Nowadays, a large number of sensors and devices are connected to the network. Leading-edge IoT technologies integrate various types of sensor data to create a new value for several business decision scenarios. The transparent cloud is a model of a new IoT emergence service platform. Many service providers store and access various types of sensor data in order to create and find out new business values by integrating such data.
The broad selection of hardware, the rapid evolution of operating systems and the time-to-market for mobile apps has been so rapid that new challenges for developers and engineers arise every day. Security, testing, hosting, and other metrics have to be considered through the process. In his session at Big Data Expo, Walter Maguire, Chief Field Technologist, HP Big Data Group, at Hewlett-Packard, will discuss the challenges faced by developers and a composite Big Data applications builder, focusing on how to help solve the problems that developers are continuously battling.
There are so many tools and techniques for data analytics that even for a data scientist the choices, possible systems, and even the types of data can be daunting. In his session at @ThingsExpo, Chris Harrold, Global CTO for Big Data Solutions for EMC Corporation, will show how to perform a simple, but meaningful analysis of social sentiment data using freely available tools that take only minutes to download and install. Participants will get the download information, scripts, and complete end-to-end walkthrough of the analysis from start to finish. Participants will also be given the pract...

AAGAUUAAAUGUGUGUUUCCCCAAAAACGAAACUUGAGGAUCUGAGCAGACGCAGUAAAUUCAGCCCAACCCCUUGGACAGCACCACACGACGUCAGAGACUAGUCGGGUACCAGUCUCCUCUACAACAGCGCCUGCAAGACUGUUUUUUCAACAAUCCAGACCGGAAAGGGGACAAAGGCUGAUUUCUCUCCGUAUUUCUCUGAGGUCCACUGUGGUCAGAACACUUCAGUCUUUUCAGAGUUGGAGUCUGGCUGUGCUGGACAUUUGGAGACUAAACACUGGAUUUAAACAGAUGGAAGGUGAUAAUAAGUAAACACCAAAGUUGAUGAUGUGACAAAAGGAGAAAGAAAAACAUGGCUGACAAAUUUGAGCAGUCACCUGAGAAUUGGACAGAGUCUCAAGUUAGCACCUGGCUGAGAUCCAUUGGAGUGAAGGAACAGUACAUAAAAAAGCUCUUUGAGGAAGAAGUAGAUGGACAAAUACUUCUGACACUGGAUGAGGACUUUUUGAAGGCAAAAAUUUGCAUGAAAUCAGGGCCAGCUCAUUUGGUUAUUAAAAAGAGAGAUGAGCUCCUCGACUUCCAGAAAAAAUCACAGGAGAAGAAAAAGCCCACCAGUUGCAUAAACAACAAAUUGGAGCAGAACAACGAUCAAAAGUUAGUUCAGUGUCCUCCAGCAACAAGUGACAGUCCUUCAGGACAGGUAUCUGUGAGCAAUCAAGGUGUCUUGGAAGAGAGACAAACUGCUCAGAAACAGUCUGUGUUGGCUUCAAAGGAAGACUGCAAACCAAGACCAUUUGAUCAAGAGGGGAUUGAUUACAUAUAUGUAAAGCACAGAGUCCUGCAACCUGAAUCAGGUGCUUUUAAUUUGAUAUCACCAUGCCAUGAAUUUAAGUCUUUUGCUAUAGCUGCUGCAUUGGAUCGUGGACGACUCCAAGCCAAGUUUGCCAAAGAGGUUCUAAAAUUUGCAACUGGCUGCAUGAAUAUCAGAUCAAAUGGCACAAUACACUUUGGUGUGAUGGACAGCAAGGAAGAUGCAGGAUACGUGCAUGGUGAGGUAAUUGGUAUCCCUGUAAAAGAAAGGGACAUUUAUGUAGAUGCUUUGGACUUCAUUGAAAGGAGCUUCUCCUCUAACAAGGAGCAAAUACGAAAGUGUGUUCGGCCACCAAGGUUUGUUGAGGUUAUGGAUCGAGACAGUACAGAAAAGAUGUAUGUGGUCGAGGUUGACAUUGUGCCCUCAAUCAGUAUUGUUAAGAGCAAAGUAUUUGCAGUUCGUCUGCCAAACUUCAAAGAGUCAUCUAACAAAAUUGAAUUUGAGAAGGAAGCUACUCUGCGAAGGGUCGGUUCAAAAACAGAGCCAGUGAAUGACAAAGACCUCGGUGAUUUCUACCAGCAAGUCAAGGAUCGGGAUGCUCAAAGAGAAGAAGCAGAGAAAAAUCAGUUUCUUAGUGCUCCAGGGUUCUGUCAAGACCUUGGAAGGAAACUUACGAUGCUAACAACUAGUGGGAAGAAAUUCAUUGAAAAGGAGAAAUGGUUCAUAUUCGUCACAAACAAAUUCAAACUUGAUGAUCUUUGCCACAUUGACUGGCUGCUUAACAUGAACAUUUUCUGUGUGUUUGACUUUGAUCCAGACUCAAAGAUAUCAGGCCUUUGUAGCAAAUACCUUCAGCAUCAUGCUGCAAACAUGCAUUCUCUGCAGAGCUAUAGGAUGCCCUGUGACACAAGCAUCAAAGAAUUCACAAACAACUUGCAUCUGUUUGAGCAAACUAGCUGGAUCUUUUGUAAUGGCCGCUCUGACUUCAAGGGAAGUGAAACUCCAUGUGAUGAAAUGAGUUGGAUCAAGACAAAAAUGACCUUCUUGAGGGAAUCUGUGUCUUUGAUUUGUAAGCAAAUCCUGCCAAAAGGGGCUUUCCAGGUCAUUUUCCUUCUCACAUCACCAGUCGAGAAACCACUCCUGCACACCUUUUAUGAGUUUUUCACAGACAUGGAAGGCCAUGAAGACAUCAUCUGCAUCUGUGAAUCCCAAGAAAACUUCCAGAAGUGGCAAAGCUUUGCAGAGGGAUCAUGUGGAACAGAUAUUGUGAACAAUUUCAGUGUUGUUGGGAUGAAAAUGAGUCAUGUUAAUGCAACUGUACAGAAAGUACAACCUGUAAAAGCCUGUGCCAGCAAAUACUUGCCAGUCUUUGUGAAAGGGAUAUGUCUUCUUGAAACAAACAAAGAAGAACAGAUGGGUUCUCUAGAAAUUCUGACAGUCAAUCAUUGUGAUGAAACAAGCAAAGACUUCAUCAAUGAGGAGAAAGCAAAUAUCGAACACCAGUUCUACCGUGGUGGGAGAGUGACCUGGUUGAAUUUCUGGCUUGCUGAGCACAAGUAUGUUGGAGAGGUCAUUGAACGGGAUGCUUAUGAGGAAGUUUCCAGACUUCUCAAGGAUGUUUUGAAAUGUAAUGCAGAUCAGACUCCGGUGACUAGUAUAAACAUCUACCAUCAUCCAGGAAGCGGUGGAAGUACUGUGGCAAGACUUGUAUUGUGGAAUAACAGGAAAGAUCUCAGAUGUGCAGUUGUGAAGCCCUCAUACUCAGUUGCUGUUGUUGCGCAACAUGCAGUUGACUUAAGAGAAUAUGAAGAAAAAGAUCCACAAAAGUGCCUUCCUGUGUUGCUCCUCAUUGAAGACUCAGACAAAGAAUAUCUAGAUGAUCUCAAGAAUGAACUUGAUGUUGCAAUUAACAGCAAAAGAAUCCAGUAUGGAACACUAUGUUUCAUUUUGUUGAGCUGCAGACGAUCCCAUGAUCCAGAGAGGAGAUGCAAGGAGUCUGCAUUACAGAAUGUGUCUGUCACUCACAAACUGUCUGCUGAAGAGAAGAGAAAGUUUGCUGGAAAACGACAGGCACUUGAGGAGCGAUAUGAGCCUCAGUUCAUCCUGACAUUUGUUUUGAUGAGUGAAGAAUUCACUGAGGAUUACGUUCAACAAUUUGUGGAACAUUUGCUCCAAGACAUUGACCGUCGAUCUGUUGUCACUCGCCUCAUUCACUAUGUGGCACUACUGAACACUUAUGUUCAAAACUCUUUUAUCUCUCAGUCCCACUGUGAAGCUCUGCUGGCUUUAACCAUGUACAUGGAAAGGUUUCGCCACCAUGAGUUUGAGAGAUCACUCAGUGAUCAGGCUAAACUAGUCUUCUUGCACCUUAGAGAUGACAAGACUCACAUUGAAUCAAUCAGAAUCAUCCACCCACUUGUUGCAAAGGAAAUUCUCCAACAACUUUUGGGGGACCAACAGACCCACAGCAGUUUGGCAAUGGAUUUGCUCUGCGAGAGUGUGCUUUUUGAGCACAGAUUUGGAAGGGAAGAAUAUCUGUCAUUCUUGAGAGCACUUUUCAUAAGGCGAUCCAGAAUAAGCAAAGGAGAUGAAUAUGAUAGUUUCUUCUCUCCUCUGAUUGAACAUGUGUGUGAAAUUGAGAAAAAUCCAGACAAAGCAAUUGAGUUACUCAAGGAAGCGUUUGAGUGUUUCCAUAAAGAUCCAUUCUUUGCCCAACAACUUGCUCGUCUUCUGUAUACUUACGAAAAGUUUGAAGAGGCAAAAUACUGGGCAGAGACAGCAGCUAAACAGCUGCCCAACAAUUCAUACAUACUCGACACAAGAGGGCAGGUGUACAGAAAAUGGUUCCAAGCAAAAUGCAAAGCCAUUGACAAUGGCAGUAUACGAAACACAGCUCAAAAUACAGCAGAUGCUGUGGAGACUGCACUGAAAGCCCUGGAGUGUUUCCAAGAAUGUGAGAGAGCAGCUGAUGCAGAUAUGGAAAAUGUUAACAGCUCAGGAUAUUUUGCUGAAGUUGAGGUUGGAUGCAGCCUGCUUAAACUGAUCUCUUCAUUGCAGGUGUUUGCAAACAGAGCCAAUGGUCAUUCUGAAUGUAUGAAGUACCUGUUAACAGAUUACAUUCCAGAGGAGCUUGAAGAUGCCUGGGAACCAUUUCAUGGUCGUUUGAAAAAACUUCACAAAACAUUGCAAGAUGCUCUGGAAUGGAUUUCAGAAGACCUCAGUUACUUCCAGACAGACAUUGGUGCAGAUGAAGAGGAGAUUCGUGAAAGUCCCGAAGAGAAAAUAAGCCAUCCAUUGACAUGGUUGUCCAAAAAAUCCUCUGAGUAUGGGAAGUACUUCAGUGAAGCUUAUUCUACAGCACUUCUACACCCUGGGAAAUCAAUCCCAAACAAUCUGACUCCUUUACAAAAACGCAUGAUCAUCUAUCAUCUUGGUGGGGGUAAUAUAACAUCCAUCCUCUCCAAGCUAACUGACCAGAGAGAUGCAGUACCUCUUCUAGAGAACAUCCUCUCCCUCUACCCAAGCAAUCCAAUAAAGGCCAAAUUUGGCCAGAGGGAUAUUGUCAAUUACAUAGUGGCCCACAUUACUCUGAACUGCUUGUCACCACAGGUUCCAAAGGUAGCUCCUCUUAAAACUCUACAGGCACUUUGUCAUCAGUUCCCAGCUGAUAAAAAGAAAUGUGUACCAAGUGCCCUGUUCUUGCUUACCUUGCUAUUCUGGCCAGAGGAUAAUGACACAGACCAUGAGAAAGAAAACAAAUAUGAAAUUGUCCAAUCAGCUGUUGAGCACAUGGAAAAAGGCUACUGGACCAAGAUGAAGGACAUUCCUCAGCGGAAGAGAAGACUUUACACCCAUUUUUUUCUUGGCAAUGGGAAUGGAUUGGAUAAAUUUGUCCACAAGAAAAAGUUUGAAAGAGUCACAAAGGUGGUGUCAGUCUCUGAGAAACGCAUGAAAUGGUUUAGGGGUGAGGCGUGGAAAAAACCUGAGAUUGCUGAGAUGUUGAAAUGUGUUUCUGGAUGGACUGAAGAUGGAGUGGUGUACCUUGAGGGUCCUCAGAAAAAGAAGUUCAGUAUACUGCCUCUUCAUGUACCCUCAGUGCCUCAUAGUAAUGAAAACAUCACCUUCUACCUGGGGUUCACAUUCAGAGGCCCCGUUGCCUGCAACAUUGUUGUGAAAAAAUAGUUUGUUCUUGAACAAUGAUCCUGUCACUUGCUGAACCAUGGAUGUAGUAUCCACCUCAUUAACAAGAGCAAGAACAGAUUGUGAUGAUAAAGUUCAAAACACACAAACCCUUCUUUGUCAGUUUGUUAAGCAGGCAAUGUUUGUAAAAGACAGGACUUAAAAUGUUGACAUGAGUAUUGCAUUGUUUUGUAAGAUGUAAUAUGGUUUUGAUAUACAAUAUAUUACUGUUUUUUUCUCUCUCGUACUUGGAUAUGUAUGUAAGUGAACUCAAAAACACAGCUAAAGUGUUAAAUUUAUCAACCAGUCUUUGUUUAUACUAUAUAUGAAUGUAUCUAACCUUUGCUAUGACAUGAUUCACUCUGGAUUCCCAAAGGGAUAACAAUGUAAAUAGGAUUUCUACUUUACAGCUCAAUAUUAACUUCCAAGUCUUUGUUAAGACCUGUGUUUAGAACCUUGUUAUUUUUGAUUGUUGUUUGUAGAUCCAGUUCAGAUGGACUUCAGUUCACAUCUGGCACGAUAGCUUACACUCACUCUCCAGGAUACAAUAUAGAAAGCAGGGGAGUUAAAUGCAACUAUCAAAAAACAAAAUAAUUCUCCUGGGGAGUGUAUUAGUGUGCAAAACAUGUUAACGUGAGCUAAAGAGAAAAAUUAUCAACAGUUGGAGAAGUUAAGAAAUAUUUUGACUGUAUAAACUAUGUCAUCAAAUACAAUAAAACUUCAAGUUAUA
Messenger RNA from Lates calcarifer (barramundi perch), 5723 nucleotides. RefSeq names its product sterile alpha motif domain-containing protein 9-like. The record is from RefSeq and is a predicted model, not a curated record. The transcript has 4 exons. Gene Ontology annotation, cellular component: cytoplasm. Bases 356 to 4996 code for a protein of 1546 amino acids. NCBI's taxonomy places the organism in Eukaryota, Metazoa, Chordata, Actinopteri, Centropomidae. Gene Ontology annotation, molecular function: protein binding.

WebRTC: together these advances have created a perfect storm of technologies that are disrupting and transforming classic communications models and ecosystems. In his session at WebRTC Summit, Cary Bran, VP of Innovation and New Ventures at Plantronics and PLT Labs, will provide an overview of this technological shift, including associated business and consumer communications impacts, and opportunities it may enable, complement or entirely transform.
SYS-CON Events announced today that Dyn, the worldwide leader in Internet Performance, will exhibit at SYS-CON's 17th International Cloud Expo®, which will take place on November 3-5, 2015, at the Santa Clara Convention Center in Santa Clara, CA. Dyn is a cloud-based Internet Performance company. Dyn helps companies monitor, control, and optimize online infrastructure for an exceptional end-user experience. Through a world-class network and unrivaled, objective intelligence into Internet conditions, Dyn ensures traffic gets delivered faster, safer, and more reliably than ever.